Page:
Letter from Joy
January 11, 2023
Sorry that I’m a little late with this month’s letter, and even sorrier that I don’t have a lot to report, but I’ve spend most of the past month relaxing and just not doing much of anything.
We had a lovely holiday season - we celebrate both Christmas and Hanukkah - and this year it was quite different because we got to celebrate them in Florida. It’s been a very long time since we celebrated down south, but since my daughter, Annie, and her family moved to Miami in the fall, it made sense to do it there, especially since, except for a brief visit in October, we hadn't seen our home or friends there in 2 1/2 years. So, unlike much of the northeast, we didn’t have a (too) white Christmas, although it did get very cold for a couple of days. Happily, it didn’t stay cold for long, and the temperatures quickly returned to normal. It was great being back in Palm Beach. You’d never know there is still a pandemic going on. Hardly saw a mask in over a month, and I have to say that it felt wonderful. Of course we’ve had all five vaccines and continue to be reasonably careful, but it was so nice not to have to think about it. Hopefully, COVID will go the way of the seasonal flu, and we can get back to normal. It was a bit of a shock to have to don a mask again today - we’re back in Toronto for a few days of appointments - when on the subway. Looking forward to returning to Florida in a few days for another extended stay.
The other really nice thing about getting to spend time in Florida is that we get to see so much of our grandchildren again. Miami is only a little more than an hour’s drive from Palm Beach - unlike the four-hour extremely boring drive to Windsor from Toronto - so we got to see them every week. The other really nice thing is that my other daughter, Shannon, and her boyfriend, Eric, are staying with us, and it’s been wonderful. Eric is a terrific golfer - as well as a terrific cook - and we’ve been golfing 2 - 3 times a week. My husband has yet to start playing golf again after some problems with his back, but hopefully he’ll be able to join us on the course again soon. Unfortunately, my game isn’t exactly up to par - a golfer’s lame joke - because of not playing regularly for so long, but I’m seeing signs of recovery. It’s only my drives that continue to give me the most trouble. I may have to give in and take a few lessons to get back on track.
I’ve also been doing plenty of puzzles, going for long walks - so nice to do it in the sun and warmth - exercising a bit, and eating a lot. We’ve had some great meals at Divino’s, Trevini’s, Anthony’s coal-fired pizza, and The Bistro. (And did I mention that Eric is a terrific cook?) The only real disappointment we had was at Seasons 52, a beautiful restaurant that left a bad taste in our mouths. I had made a reservation the previous week, and we arrived on time. After a brief wait, we were ushered to a side room that was not only far from both the gorgeous and very large main room and the outdoor patio, but was empty and depressing as hell. As my daughter said, it looked like a card room. I told the hostess that this was unacceptable and she told me it was either that or we’d have to wait till something else became available. I told her to expect a very bad write-up online, and suddenly they miraculously found us a table in the main room! I wish I could say that the food was worth the aggravation, but sadly neither it nor the service was very good. So that’s the last time we’ll be frequenting that establishment.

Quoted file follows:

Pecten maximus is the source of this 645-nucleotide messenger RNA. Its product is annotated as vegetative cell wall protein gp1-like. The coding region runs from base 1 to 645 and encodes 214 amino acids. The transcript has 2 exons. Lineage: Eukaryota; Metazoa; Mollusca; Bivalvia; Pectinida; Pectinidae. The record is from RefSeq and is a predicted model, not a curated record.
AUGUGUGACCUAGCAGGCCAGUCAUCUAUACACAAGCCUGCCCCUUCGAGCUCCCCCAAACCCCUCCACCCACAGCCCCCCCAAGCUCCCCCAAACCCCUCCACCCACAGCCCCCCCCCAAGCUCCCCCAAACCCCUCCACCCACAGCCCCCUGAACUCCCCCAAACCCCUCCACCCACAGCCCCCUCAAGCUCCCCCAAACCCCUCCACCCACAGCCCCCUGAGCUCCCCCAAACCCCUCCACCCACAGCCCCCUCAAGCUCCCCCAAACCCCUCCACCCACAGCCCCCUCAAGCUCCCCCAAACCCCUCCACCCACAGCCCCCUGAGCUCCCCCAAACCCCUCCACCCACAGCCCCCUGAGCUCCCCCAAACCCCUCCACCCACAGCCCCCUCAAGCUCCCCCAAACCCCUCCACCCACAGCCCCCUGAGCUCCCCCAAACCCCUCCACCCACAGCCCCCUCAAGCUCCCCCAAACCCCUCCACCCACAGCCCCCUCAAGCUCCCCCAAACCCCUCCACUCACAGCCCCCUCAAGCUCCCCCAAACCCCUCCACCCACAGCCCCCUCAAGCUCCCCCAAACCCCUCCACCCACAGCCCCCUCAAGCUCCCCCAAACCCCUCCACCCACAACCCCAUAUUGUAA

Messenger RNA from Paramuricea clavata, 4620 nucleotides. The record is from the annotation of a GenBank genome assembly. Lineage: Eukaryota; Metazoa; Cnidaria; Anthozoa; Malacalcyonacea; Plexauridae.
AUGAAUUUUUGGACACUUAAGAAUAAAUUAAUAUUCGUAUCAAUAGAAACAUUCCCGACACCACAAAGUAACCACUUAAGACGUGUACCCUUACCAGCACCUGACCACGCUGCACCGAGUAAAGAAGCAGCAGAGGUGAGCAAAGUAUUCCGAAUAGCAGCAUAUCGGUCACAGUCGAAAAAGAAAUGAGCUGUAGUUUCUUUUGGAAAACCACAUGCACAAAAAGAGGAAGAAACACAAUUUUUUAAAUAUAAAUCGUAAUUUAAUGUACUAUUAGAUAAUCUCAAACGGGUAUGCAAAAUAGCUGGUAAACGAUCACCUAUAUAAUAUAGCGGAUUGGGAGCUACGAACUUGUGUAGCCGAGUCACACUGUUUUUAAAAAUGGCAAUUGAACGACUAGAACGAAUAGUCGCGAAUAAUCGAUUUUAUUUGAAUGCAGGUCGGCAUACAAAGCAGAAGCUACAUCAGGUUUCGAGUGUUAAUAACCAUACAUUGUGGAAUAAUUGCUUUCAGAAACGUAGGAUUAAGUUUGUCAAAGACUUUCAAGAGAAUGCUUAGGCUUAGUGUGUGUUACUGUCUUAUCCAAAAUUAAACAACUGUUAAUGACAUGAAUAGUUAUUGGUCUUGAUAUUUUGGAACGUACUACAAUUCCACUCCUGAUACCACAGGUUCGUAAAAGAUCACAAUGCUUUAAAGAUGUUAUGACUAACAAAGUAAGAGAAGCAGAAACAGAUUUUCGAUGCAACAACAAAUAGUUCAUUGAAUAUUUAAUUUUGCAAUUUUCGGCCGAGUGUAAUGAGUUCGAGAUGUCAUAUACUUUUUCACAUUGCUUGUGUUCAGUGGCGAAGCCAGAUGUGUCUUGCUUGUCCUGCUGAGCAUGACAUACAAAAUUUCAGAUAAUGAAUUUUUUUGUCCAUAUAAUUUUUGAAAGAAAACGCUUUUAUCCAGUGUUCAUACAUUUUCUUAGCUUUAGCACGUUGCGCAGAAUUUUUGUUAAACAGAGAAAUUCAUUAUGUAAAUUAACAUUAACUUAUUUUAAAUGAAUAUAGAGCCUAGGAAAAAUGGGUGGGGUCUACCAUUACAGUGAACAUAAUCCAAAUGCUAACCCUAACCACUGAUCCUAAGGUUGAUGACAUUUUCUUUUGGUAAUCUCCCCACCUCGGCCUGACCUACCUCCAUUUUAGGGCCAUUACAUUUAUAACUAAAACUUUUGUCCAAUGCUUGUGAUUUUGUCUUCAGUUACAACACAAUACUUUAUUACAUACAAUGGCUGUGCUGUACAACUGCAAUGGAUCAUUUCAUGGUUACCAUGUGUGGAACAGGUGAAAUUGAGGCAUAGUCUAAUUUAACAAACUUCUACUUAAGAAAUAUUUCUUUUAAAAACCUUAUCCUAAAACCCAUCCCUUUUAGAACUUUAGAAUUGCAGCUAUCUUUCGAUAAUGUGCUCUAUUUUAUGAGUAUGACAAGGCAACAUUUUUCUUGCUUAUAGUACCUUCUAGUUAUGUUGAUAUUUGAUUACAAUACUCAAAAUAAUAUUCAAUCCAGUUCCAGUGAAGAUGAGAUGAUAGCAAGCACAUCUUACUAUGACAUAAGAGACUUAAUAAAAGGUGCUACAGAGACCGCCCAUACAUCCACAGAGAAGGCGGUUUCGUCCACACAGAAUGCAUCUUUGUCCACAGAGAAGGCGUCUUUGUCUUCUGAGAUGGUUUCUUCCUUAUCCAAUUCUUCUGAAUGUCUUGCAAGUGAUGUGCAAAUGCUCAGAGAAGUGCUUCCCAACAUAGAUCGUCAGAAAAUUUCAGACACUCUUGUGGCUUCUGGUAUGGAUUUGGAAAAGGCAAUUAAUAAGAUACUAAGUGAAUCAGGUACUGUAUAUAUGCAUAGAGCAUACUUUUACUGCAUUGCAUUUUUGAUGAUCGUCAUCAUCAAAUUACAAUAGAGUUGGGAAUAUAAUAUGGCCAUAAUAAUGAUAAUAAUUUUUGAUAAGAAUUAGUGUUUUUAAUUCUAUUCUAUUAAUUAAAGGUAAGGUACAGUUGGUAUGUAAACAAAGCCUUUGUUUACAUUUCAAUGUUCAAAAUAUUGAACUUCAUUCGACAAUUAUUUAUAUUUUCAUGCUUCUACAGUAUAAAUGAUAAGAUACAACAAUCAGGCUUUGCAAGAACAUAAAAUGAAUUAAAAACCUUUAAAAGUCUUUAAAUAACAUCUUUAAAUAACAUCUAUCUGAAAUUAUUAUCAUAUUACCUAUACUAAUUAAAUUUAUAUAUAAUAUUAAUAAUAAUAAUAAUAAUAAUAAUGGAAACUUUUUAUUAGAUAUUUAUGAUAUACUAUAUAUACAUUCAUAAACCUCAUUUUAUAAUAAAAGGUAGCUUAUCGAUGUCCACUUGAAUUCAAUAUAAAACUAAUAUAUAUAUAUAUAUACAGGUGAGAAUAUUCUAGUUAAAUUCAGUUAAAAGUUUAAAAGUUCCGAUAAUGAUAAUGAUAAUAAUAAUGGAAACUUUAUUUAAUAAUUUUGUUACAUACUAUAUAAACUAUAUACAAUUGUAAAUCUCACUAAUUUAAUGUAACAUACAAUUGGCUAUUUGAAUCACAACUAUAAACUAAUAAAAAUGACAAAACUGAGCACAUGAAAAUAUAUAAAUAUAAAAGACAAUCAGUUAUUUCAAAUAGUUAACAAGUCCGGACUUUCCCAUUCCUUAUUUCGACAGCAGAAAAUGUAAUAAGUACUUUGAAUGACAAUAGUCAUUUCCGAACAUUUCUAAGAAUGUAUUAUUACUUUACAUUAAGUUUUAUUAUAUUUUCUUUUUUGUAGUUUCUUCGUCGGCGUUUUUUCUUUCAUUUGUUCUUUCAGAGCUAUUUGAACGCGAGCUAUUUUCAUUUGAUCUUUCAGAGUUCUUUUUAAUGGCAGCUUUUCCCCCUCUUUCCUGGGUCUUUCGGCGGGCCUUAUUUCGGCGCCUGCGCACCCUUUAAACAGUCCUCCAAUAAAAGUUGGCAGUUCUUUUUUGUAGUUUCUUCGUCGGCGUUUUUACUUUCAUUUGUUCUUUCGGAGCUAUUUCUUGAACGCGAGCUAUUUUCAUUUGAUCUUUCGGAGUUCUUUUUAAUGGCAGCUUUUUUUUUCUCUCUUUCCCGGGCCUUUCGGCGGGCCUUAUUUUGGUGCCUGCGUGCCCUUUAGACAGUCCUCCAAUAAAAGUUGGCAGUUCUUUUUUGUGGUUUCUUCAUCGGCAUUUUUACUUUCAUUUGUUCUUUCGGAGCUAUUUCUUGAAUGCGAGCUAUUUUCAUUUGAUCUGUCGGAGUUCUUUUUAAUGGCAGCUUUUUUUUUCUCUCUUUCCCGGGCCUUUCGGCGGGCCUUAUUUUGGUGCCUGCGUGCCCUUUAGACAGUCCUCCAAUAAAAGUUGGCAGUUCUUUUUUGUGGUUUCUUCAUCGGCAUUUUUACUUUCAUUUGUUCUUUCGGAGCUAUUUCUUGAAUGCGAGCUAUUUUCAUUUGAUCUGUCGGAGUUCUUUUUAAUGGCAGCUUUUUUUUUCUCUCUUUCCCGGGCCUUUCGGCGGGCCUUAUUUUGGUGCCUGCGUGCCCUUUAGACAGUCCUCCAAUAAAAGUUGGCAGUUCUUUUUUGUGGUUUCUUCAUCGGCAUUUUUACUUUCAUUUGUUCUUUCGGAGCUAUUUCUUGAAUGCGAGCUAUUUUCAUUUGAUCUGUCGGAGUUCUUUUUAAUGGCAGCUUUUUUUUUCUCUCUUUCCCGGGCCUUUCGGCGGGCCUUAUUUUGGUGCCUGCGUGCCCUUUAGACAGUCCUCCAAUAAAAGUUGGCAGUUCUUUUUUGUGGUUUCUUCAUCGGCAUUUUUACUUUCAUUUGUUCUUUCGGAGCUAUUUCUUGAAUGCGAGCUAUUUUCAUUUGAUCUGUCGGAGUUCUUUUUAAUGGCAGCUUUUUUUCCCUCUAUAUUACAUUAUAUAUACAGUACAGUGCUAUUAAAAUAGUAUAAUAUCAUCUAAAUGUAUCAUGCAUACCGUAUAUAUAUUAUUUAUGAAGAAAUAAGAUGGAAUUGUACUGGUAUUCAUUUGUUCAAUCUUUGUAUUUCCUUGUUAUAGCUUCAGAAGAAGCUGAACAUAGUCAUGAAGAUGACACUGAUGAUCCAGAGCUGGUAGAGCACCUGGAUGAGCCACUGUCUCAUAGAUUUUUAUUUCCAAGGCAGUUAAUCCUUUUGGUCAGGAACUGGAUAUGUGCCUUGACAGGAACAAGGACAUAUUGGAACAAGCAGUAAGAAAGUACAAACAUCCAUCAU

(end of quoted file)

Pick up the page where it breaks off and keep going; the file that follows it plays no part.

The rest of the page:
I read a fabulous new novel called LESSONS IN CHEMISTRY by Bonnie Garmus. I haven’t enjoyed a book that much in a long time. It’s well-written, original, and laugh-out-loud funny. I can’t recommend it highly enough. It’s also just the right length. What’s with all these great novelists - I’m looking at you, John Irving and Fredrik Backman - suddenly producing books between 700 and 1000 pages?! Where were their editors? These books are way too long and self-indulgent. They would have been twice the books at half the length.
And speaking of books, I’m happy to say that THE HOUSEKEEPER has been doing very well, and I’m very appreciative of all the lovely comments and mail I’ve been receiving. Please, if you enjoyed the book, pass the word (but not the book!) along. I still think that word-of-mouth is what really sells a book.
I also saw a terrific movie on the plane on the way home - “Bros.” It was smart, funny, and a very touching love story between two men. It was also quite explicit in its depiction of gay life, so might not be to everyone’s taste. But I thoroughly enjoyed it and recommend it. Love is love, people are people, and what the world needs now is a whole lot more tolerance.
And that’s about all for now. Stay well, be happy, and go buy a book!